Thousands of people must have turned out to witness the three drafts in which the men were entrained.
The news of the impending departure was not long in percolating through the city. Extraordinary interest was aroused and long before the hour fixed for the leaving of the first batch crowds began to throng the Castle avenue, many affecting scenes
were observed among the dense crowd of women who occupied almost the whole of the entrance way (to the parade ground of Dudhope Castle)There was no waving of tartan as the men swung through the gates. That is the invariable accompaniment of the battalions in peace time, but on this occasion the drab khaki aprons showed that serious business was in hand. The sight was inexpressibly inspiring, and it had its effect on the crowd as the body of stalwart men marched away on the beginning of a journey which may be destined to be historic in the military annals of Scotland.....Women crowded in on ranks to march beside sweethearts, husbands, and fathers practically every step of the journey was enlivened by some untoward incident. Women clung hysterically to their menfolk.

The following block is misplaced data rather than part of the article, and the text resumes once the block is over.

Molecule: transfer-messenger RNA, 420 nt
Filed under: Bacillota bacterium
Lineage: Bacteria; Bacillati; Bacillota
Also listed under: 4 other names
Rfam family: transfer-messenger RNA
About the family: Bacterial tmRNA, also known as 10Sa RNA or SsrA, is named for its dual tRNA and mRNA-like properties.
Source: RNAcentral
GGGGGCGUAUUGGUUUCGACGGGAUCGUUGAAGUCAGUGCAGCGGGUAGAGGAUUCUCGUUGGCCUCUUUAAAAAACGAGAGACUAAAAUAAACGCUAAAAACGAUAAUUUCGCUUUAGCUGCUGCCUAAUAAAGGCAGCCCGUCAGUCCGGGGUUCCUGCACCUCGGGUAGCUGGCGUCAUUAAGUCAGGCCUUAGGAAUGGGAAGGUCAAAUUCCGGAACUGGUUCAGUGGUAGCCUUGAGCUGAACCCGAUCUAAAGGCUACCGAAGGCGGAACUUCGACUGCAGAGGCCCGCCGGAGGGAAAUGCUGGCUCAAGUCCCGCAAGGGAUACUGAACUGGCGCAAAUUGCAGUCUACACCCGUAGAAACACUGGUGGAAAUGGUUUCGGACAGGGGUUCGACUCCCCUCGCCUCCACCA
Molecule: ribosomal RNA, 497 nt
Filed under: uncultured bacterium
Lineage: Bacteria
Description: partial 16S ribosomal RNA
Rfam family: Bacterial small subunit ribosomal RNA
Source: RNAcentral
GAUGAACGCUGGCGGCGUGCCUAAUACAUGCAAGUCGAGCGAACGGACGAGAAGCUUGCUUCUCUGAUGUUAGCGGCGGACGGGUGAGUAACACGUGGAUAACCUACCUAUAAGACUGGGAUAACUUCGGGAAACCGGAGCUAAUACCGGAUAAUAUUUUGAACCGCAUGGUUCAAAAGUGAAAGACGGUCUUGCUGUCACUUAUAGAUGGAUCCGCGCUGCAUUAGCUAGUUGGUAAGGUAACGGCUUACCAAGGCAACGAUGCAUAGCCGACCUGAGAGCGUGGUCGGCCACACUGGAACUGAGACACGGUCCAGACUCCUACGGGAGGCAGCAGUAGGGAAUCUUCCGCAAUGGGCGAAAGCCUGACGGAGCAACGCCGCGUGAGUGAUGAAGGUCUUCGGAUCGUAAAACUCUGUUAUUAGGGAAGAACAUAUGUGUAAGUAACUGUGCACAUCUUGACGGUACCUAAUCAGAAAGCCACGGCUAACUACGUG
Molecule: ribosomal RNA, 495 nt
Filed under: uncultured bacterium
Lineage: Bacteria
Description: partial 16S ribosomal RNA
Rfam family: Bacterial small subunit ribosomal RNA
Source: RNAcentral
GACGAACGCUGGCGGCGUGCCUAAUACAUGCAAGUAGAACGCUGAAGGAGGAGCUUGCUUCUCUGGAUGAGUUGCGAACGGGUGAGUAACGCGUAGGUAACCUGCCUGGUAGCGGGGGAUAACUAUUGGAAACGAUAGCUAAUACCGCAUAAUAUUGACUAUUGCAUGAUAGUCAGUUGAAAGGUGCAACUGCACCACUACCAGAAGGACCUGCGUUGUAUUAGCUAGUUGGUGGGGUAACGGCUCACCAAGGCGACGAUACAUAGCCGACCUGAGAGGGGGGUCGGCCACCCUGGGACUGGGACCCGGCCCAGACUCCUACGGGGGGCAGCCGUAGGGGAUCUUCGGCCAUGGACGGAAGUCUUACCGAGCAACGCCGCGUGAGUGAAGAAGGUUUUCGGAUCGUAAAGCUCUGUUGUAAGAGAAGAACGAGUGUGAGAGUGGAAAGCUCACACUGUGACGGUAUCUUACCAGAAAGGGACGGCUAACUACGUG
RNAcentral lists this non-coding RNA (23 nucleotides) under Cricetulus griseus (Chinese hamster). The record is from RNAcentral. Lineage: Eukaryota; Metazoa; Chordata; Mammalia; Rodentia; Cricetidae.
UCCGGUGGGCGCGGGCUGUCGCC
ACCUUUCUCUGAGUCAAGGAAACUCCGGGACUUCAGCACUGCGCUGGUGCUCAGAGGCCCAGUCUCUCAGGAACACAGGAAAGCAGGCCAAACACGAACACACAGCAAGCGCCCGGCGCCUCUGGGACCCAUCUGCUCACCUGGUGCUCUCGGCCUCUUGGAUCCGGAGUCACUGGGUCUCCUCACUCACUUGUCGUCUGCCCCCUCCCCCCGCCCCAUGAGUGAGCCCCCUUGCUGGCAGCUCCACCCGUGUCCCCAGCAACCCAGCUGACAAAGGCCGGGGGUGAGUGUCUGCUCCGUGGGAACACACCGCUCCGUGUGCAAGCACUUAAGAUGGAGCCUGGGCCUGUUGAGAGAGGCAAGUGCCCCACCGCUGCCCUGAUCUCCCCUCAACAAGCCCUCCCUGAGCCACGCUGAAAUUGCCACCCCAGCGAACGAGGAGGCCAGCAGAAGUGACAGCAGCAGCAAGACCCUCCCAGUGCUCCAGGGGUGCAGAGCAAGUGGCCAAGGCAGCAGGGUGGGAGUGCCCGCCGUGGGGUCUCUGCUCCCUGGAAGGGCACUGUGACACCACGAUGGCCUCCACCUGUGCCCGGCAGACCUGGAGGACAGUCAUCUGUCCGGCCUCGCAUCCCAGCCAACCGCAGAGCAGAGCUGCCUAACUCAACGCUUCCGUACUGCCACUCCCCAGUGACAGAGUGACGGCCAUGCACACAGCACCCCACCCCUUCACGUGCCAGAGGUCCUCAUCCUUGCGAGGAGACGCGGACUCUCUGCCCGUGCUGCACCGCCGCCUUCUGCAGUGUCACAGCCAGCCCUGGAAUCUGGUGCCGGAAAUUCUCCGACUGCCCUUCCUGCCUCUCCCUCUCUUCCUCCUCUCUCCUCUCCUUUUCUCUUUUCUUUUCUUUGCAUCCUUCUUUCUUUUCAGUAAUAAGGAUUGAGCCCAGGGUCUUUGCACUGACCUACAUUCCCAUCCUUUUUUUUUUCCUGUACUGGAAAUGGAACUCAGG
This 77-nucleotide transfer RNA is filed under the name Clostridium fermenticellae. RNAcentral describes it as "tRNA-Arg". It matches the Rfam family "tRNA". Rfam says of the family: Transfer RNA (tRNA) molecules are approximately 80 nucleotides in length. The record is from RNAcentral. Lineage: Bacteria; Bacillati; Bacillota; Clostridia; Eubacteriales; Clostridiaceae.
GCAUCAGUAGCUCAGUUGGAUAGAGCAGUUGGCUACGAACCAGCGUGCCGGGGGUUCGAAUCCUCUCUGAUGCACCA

When the station was reached the men had practically to fight their way in, so dense was the throng. The excitement and enthusiasm reached fever heat when the third and last detachment marched out of the Castle ... to the rousing strains of "Bonnie Dundee" the men made quick time to the station. At Tally Street the tune was changed to "Scotland the Brave" while as the men marched into the station the wild but rhythmic "Pibroch of Donnil Dhu" rang out.